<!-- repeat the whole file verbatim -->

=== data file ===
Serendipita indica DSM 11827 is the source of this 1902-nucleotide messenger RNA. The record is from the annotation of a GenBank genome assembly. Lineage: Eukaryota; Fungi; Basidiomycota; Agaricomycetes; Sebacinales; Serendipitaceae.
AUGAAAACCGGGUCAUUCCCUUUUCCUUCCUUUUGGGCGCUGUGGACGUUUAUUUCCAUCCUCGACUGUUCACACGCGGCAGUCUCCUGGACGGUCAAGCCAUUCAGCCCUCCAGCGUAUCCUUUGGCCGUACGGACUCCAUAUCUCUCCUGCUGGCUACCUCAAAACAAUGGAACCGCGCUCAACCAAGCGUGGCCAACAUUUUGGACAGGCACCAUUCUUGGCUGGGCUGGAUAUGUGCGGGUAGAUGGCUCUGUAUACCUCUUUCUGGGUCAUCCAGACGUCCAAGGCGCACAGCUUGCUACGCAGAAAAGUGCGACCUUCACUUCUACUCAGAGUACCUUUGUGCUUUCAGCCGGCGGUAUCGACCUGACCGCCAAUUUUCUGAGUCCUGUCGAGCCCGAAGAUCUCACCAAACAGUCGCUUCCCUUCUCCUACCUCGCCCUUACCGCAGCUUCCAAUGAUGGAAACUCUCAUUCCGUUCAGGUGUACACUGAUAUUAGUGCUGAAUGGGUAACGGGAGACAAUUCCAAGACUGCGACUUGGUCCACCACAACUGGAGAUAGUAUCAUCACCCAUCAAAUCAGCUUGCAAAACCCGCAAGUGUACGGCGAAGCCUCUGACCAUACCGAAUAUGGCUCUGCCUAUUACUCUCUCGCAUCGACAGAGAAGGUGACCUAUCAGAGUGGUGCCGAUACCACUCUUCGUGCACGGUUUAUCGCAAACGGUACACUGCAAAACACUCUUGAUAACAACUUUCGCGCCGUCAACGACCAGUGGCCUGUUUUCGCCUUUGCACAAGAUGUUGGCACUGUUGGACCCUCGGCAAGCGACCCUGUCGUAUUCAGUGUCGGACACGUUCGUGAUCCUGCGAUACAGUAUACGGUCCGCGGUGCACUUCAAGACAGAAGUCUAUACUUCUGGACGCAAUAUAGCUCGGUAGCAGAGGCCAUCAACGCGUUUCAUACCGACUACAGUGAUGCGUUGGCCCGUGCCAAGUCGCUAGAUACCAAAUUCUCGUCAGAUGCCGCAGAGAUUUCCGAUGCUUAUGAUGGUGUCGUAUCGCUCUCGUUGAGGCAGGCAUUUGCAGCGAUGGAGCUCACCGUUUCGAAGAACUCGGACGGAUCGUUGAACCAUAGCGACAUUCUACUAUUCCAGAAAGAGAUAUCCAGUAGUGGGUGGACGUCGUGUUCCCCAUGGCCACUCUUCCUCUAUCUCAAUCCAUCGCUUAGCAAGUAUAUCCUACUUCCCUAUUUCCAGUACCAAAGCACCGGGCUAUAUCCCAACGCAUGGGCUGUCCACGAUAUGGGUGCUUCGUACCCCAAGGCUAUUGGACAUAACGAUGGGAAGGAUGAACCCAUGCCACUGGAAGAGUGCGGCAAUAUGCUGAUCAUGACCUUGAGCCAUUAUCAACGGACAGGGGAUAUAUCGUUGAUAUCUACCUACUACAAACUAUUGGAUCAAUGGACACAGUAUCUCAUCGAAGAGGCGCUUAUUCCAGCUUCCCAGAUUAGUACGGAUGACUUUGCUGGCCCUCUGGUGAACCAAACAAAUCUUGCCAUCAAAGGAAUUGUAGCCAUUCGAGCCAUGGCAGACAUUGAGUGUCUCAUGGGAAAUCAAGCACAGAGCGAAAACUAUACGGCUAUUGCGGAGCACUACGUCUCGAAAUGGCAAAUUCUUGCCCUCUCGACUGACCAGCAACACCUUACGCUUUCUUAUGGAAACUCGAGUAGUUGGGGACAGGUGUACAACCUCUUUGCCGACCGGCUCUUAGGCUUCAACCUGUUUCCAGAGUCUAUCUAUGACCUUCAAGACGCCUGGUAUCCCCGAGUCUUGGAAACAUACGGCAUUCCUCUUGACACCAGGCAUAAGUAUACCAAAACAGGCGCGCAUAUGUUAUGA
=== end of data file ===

Serendipita indica DSM 11827 is the source of this 1902-nucleotide messenger RNA. The record is from the annotation of a GenBank genome assembly. Lineage: Eukaryota; Fungi; Basidiomycota; Agaricomycetes; Sebacinales; Serendipitaceae.
AUGAAAACCGGGUCAUUCCCUUUUCCUUCCUUUUGGGCGCUGUGGACGUUUAUUUCCAUCCUCGACUGUUCACACGCGGCAGUCUCCUGGACGGUCAAGCCAUUCAGCCCUCCAGCGUAUCCUUUGGCCGUACGGACUCCAUAUCUCUCCUGCUGGCUACCUCAAAACAAUGGAACCGCGCUCAACCAAGCGUGGCCAACAUUUUGGACAGGCACCAUUCUUGGCUGGGCUGGAUAUGUGCGGGUAGAUGGCUCUGUAUACCUCUUUCUGGGUCAUCCAGACGUCCAAGGCGCACAGCUUGCUACGCAGAAAAGUGCGACCUUCACUUCUACUCAGAGUACCUUUGUGCUUUCAGCCGGCGGUAUCGACCUGACCGCCAAUUUUCUGAGUCCUGUCGAGCCCGAAGAUCUCACCAAACAGUCGCUUCCCUUCUCCUACCUCGCCCUUACCGCAGCUUCCAAUGAUGGAAACUCUCAUUCCGUUCAGGUGUACACUGAUAUUAGUGCUGAAUGGGUAACGGGAGACAAUUCCAAGACUGCGACUUGGUCCACCACAACUGGAGAUAGUAUCAUCACCCAUCAAAUCAGCUUGCAAAACCCGCAAGUGUACGGCGAAGCCUCUGACCAUACCGAAUAUGGCUCUGCCUAUUACUCUCUCGCAUCGACAGAGAAGGUGACCUAUCAGAGUGGUGCCGAUACCACUCUUCGUGCACGGUUUAUCGCAAACGGUACACUGCAAAACACUCUUGAUAACAACUUUCGCGCCGUCAACGACCAGUGGCCUGUUUUCGCCUUUGCACAAGAUGUUGGCACUGUUGGACCCUCGGCAAGCGACCCUGUCGUAUUCAGUGUCGGACACGUUCGUGAUCCUGCGAUACAGUAUACGGUCCGCGGUGCACUUCAAGACAGAAGUCUAUACUUCUGGACGCAAUAUAGCUCGGUAGCAGAGGCCAUCAACGCGUUUCAUACCGACUACAGUGAUGCGUUGGCCCGUGCCAAGUCGCUAGAUACCAAAUUCUCGUCAGAUGCCGCAGAGAUUUCCGAUGCUUAUGAUGGUGUCGUAUCGCUCUCGUUGAGGCAGGCAUUUGCAGCGAUGGAGCUCACCGUUUCGAAGAACUCGGACGGAUCGUUGAACCAUAGCGACAUUCUACUAUUCCAGAAAGAGAUAUCCAGUAGUGGGUGGACGUCGUGUUCCCCAUGGCCACUCUUCCUCUAUCUCAAUCCAUCGCUUAGCAAGUAUAUCCUACUUCCCUAUUUCCAGUACCAAAGCACCGGGCUAUAUCCCAACGCAUGGGCUGUCCACGAUAUGGGUGCUUCGUACCCCAAGGCUAUUGGACAUAACGAUGGGAAGGAUGAACCCAUGCCACUGGAAGAGUGCGGCAAUAUGCUGAUCAUGACCUUGAGCCAUUAUCAACGGACAGGGGAUAUAUCGUUGAUAUCUACCUACUACAAACUAUUGGAUCAAUGGACACAGUAUCUCAUCGAAGAGGCGCUUAUUCCAGCUUCCCAGAUUAGUACGGAUGACUUUGCUGGCCCUCUGGUGAACCAAACAAAUCUUGCCAUCAAAGGAAUUGUAGCCAUUCGAGCCAUGGCAGACAUUGAGUGUCUCAUGGGAAAUCAAGCACAGAGCGAAAACUAUACGGCUAUUGCGGAGCACUACGUCUCGAAAUGGCAAAUUCUUGCCCUCUCGACUGACCAGCAACACCUUACGCUUUCUUAUGGAAACUCGAGUAGUUGGGGACAGGUGUACAACCUCUUUGCCGACCGGCUCUUAGGCUUCAACCUGUUUCCAGAGUCUAUCUAUGACCUUCAAGACGCCUGGUAUCCCCGAGUCUUGGAAACAUACGGCAUUCCUCUUGACACCAGGCAUAAGUAUACCAAAACAGGCGCGCAUAUGUUAUGA